It’s not easy balancing school with drinking binges that last for days. I struggle to remember things and often feel sick. My black cat, Daisy, sits and stares out the window. I try to drink myself into breaking it. But there is no breaking it. So, all day I sleep and stay lazy as the housecat. And it would all be a lot easier without the booze. I just use the stuff like maintaining an open wound for the pain to make me feel alive.
There is a large tapestry on my bedroom wall of a lion roaring. When I wake early in the morning, hung-over, after little sleep, I look at the lion. It’s funny: He’s no longer roaring but yawning. The sun is not yet up. I put my clothes back on from the night before, thrown carelessly over my orange, upholstered chair and walk out into the Boston early morning.
I like walking around the housing projects near my place. I think Warsaw Ghetto, and when I think ghetto, I think of photographs taken of parentless children, starving and dying in the streets. Who took those photos? I am underweight too, and sometimes feel like I am dying. But where are the Germans? Where are my oppressors?
I walk through the projects with a folded twenty-dollar bill in my back right pocket. I am very attentive; looking around; eyes opened.
The inner streets of the projects are usually quite empty. They are all named after dead American presidents: Jefferson, Washington, Madison—all slave owners; but you know the names are just customary—aren’t truly recognized by the city; they’re just alleys. A few groups of people usually stand around looking stupid and sad, a careless look on their eyes, scanning my white skin. They probably wonder if I’m a cop. But this early in the morning the streets are empty. Many people that live here don’t work. I still keep the twenty-dollar bill in my back right pocket and think about what I will say. After a couple hours with no luck I return home, try to sleep and wait for the liquor store to open at 9 a.m.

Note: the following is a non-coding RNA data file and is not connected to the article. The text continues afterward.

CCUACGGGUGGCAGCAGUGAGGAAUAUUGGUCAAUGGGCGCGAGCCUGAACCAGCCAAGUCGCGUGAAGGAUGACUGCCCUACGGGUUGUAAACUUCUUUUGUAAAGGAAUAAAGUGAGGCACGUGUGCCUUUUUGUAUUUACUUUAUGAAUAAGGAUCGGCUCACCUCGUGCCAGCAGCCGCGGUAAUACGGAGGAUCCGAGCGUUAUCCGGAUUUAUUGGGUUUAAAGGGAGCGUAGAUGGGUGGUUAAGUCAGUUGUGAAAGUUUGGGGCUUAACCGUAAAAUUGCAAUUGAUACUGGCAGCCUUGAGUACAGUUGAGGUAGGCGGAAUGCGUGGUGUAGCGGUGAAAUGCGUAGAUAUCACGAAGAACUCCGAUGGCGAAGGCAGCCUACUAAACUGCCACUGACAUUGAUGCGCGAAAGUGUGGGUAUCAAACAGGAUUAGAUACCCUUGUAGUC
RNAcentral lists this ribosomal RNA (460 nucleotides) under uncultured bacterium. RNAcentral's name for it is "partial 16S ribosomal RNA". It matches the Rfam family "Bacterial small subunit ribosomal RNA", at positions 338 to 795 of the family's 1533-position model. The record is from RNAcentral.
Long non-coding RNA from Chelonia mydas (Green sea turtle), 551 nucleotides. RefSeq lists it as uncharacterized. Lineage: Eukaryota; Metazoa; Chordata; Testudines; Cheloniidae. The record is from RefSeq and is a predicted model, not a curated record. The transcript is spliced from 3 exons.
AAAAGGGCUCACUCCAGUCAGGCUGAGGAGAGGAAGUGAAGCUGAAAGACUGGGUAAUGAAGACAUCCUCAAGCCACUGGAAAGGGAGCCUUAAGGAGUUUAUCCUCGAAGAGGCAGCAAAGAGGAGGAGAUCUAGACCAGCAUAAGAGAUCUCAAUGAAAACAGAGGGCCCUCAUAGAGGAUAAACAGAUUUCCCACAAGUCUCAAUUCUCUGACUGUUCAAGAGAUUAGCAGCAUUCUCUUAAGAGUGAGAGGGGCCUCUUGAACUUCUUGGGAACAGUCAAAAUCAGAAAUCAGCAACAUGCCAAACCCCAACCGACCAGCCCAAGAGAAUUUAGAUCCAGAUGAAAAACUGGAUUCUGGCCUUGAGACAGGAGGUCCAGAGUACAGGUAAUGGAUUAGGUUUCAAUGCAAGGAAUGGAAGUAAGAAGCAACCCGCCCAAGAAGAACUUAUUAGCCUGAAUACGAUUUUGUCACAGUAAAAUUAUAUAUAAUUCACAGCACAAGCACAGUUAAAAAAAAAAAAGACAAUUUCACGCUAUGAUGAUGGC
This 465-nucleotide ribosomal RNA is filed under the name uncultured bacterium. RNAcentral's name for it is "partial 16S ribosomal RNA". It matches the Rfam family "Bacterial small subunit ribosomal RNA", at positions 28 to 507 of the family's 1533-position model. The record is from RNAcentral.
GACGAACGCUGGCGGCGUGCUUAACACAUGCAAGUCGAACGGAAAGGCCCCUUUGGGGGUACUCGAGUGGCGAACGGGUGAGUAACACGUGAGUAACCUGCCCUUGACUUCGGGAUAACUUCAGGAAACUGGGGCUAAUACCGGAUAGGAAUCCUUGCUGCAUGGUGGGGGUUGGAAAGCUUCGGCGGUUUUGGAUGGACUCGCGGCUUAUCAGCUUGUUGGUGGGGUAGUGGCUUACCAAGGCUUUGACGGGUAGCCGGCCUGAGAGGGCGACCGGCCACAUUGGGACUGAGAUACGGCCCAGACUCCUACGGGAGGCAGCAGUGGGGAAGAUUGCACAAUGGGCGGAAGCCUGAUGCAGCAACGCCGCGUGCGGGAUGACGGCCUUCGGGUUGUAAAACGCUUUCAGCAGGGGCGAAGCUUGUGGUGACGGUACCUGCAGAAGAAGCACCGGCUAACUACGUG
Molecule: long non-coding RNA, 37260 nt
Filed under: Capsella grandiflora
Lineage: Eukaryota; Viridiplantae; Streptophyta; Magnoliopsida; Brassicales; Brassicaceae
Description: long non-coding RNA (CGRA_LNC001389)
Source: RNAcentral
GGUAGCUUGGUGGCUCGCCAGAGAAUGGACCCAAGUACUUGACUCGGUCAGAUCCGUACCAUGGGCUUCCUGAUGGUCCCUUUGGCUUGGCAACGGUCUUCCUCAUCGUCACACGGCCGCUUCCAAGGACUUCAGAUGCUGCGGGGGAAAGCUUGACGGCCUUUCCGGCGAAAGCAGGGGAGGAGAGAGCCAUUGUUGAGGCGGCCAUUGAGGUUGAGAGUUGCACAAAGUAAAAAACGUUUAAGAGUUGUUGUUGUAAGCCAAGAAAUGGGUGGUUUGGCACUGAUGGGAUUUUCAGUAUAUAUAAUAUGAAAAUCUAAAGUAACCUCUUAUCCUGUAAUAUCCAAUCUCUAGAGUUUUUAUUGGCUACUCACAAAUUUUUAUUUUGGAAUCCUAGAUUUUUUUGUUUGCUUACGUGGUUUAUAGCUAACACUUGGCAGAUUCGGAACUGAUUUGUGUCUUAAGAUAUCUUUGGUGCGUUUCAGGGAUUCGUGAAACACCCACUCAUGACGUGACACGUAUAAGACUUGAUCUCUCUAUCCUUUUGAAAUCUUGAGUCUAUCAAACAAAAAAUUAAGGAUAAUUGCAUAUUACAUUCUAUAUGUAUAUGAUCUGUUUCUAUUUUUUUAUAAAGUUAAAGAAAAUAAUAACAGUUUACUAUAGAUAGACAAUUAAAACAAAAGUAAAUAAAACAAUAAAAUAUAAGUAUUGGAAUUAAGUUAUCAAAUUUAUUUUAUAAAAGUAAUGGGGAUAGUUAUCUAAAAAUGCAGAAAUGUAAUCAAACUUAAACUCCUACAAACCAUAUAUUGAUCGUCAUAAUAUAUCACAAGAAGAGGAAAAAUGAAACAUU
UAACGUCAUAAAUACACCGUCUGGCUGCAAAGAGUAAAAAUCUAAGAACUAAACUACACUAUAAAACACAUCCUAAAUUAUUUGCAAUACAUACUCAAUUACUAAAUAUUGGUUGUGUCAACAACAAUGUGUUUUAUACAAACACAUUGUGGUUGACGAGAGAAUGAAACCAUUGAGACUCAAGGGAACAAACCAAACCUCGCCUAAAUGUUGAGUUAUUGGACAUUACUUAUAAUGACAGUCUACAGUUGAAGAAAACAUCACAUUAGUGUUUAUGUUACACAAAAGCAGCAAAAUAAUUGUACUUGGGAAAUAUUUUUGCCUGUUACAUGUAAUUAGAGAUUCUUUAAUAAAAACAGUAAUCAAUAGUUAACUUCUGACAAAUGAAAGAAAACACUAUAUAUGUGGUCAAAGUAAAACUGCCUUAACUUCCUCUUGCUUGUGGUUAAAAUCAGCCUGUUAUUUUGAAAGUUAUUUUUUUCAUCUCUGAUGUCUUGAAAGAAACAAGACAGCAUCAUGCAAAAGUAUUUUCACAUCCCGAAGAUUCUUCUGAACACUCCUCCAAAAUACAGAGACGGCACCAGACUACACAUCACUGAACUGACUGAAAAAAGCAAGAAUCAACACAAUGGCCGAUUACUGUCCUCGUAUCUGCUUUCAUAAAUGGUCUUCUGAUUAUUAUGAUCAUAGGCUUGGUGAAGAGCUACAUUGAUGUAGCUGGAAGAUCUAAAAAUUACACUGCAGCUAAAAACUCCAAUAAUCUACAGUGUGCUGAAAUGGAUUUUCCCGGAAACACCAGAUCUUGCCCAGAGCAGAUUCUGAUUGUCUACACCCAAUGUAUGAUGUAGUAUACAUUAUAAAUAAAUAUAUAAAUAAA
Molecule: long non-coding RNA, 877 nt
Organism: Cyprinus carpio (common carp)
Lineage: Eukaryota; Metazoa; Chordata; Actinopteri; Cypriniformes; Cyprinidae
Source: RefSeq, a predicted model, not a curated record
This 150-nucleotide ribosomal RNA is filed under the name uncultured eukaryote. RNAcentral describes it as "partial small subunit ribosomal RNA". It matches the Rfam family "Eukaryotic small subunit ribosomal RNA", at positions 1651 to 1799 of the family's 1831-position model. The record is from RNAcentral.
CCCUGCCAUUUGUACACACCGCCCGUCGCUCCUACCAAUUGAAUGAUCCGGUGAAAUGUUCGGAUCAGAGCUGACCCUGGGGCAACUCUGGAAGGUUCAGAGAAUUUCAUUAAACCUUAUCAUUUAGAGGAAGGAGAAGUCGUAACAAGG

I walk the streets alone. One man feeds a flock of pigeons, and they circle around and around to pick up the crumbs of bread. It’s remarkable. I look at the man feeding the birds as the birds are looping around, feeding.
“They follow the leader,” he says. “There is one top pigeon. He’s the boss. You see him?”
I continue walking through the park but again have no luck. I don’t approach anybody. I don’t even ask the drunks.
I check my back right pocket regularly for the cash I keep there, neatly folded and accessible. I do one more round of the park. It’s a nice end of summer. Kids are playing in the Frog Pond that in only a few short months will be frozen into an outdoor ice skating rink. Winos lounge around, relaxed, enjoying the warmth. I feel for the money again going into the subway station, back home. No luck. I’ll drink rye whiskey until the sun comes up. They do have that here. I’ll still have some money leftover after the whiskey. Hopefully when the sun comes up I will be lucky.